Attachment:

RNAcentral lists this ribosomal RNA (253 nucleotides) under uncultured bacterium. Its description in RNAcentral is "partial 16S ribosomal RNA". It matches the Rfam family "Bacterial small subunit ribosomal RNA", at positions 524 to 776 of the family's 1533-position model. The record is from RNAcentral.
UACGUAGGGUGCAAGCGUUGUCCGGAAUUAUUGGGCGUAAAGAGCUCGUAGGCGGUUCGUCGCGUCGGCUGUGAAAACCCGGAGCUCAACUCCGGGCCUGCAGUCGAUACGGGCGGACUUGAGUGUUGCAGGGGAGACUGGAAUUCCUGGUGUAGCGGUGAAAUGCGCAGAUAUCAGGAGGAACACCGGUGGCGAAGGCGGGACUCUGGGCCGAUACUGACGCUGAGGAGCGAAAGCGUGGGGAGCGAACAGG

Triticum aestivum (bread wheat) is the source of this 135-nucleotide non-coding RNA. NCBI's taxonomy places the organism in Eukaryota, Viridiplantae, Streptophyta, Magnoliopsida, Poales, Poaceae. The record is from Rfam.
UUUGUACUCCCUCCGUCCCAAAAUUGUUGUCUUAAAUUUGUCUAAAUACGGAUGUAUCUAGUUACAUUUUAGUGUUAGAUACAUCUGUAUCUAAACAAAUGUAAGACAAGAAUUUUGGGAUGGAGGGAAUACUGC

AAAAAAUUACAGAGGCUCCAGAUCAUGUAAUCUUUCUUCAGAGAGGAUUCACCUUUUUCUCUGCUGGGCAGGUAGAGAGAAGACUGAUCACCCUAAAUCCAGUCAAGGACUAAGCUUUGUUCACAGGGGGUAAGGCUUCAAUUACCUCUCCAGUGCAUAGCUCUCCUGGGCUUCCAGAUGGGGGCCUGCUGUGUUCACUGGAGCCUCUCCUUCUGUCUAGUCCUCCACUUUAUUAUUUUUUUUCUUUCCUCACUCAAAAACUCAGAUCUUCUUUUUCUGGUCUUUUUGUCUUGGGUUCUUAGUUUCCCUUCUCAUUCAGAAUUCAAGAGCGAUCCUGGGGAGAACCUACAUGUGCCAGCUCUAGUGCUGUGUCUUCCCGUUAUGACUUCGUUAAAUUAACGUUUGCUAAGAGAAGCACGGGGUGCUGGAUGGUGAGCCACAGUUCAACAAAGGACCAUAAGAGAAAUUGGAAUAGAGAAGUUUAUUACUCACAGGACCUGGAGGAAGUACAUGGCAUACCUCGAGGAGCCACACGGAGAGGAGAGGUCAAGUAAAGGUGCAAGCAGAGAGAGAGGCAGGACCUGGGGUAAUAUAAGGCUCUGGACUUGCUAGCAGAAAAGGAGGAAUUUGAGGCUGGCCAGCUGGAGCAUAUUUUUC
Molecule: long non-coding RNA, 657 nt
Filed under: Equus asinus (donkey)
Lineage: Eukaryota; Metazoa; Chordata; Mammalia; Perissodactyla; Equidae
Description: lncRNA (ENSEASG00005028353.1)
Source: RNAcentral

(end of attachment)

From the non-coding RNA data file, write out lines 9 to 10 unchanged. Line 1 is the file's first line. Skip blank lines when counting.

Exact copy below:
Description: lncRNA (ENSEASG00005028353.1)
Source: RNAcentral